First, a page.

Megacities, Megarisks: How Population Growth and Climate Change Increase Vulnerability in the World’s Largest Cities
Written by Alex Casey, Senior Communications Fellow | Published: May 20, 2022
In 1975, the world had three cities with more than 10 million people, also known as megacities: Tokyo, New York City, and Mexico City. Today, there are 33 megacities, 27 of which are located in developing countries. Nine of the ten cities projected to become megacities by 2030 will be located throughout Africa and Asia— in countries where fertility rates tend to be high and populations are rapidly urbanizing.
Ben Wilson, the author of Metropolis: A History of the City, Humankind’s Greatest Invention, predicts that by 2025, 440 cities with a collective population of 600 million will account for half of the world’s gross domestic product. Cities, especially megacities, are economic vehicles that spur development, technological innovation, employment, and sometimes, a better quality of life. That being said, rapid growth of urban areas often exacerbates social and environmental challenges such as natural resource scarcity, unemployment, and income inequality. Studying rapid urbanization and the global rise of megacities is increasingly relevant as climate change threatens dense populations, especially along coasts and in areas facing fresh water scarcity.
Mumbai is routinely ranked as one of the world’s most climate vulnerable cities—it’s subject to sea level rise and devastating storms. The city receives 94 inches of rainfall annually. What was once seen as a once-every-few-years occurrence, climate-induced floods now happen on an annual basis—disrupting transportation, causing fatal landslides, and increasing the prevalence of water-borne diseases. All the while, India’s commercial capital has expanded—from 1991 to 2018, the city lost 58 percent of its open space. During the same time period, the city grew by over 7 million people. Today, Mumbai is home to 21 million people. Due to the lack of affordable housing options in Mumbai, people who are evicted from hazardous neighborhoods often relocate to even more climate vulnerable ones.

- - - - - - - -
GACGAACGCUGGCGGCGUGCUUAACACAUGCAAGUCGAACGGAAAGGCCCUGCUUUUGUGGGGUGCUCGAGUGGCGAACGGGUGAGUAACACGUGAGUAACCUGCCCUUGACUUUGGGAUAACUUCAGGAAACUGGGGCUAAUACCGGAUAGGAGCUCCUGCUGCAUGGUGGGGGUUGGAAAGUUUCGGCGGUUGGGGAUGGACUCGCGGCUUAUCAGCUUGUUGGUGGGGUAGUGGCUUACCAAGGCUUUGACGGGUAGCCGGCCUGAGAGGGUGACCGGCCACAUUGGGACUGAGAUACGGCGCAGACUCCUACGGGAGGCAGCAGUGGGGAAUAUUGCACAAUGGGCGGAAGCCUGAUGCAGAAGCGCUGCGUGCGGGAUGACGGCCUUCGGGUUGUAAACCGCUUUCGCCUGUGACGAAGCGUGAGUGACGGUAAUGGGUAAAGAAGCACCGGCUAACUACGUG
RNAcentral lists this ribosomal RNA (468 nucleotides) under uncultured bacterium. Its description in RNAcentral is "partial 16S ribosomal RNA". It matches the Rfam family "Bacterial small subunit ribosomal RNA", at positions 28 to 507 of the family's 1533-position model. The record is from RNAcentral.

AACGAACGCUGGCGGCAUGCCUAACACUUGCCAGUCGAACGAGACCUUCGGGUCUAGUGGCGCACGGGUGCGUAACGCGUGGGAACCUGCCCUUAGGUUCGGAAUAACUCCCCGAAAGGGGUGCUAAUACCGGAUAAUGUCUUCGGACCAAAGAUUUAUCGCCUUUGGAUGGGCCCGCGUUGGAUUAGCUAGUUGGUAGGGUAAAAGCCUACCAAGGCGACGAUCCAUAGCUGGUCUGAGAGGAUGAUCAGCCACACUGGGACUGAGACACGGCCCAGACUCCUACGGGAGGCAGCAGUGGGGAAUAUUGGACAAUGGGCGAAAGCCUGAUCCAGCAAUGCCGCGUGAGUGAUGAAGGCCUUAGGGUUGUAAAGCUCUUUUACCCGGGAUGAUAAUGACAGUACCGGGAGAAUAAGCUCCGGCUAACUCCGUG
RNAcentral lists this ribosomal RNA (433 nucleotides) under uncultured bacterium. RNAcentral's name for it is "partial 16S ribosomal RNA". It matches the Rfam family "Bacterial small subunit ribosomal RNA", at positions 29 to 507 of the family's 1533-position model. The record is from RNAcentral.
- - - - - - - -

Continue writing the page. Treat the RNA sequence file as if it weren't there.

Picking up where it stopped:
Already, most of the world’s population lives in cities, and by 2050, the UN projects that 68% of people will be urban dwellers. Rapid urbanization can push lower-income populations to more climate vulnerable fringes of the city. Many coastal megacities have started to face increasingly severe climate risks from development and growing populations that drive expansion into flood-prone areas, especially as sea levels rise. By 2050, 800 million people in 570 cities could be at risk from sea level rise.
These issues are actively playing out in Lagos, Nigeria, the largest city in Africa. In 2016, water supply throughout the megacity was half of what was needed to sustain its burgeoning population. By 2100, Lagos is projected to be the largest city on earth. A growing population will continue to impact access to natural resources like fresh water and expose more people to climate-induced disasters, like sea-level rise and floods. Waterfront slum communities face especially high risk.
Some megacities have already started to adapt. In an effort to outrun sea level rise, Indonesia will move its capital from Jakarta to Borneo by 2024. One of the world’s most populated urban areas, Jakarta is home to 10 million people and 30 million more in surrounding areas. Population pressures, social inequalities, and high rates of poverty have contributed to the over-extraction of groundwater, so much so, that the city sinks at a rate of about 6.7 inches per year—a phenomenon called subsidence. When populations overuse groundwater, a few things happen. First, groundwater tables can become contaminated with seawater and other pollutants because people have to drill deeper into the ground, closer to the sea level, to retrieve fresh water. Second, in historically low-lying areas, like Jakarta, lowering groundwater tables can cause aquifer systems to compact, causing the land above to sink. Already, Northern Jakarta is 90% below sea level, and 60 percent of Jakarta’s residents live in informal, low-income, high-density housing—especially vulnerable to flooding.
Mumbai, Lagos, and Jakarta are just a few of the world’s megacities actively grappling with rapid development, sea level rise, and other climate-related disasters. The challenges these and many other cities and megacities face in the coming decades require immediate and dedicated attention on the adaptation and resilience front. On the mitigation side, slower population growth in vulnerable regions would reduce the number of people exposed to climate crises, and a massive decline in per capita emissions in wealthy countries would reduce greenhouse gas emissions, slowing climate change and its accompanying threats.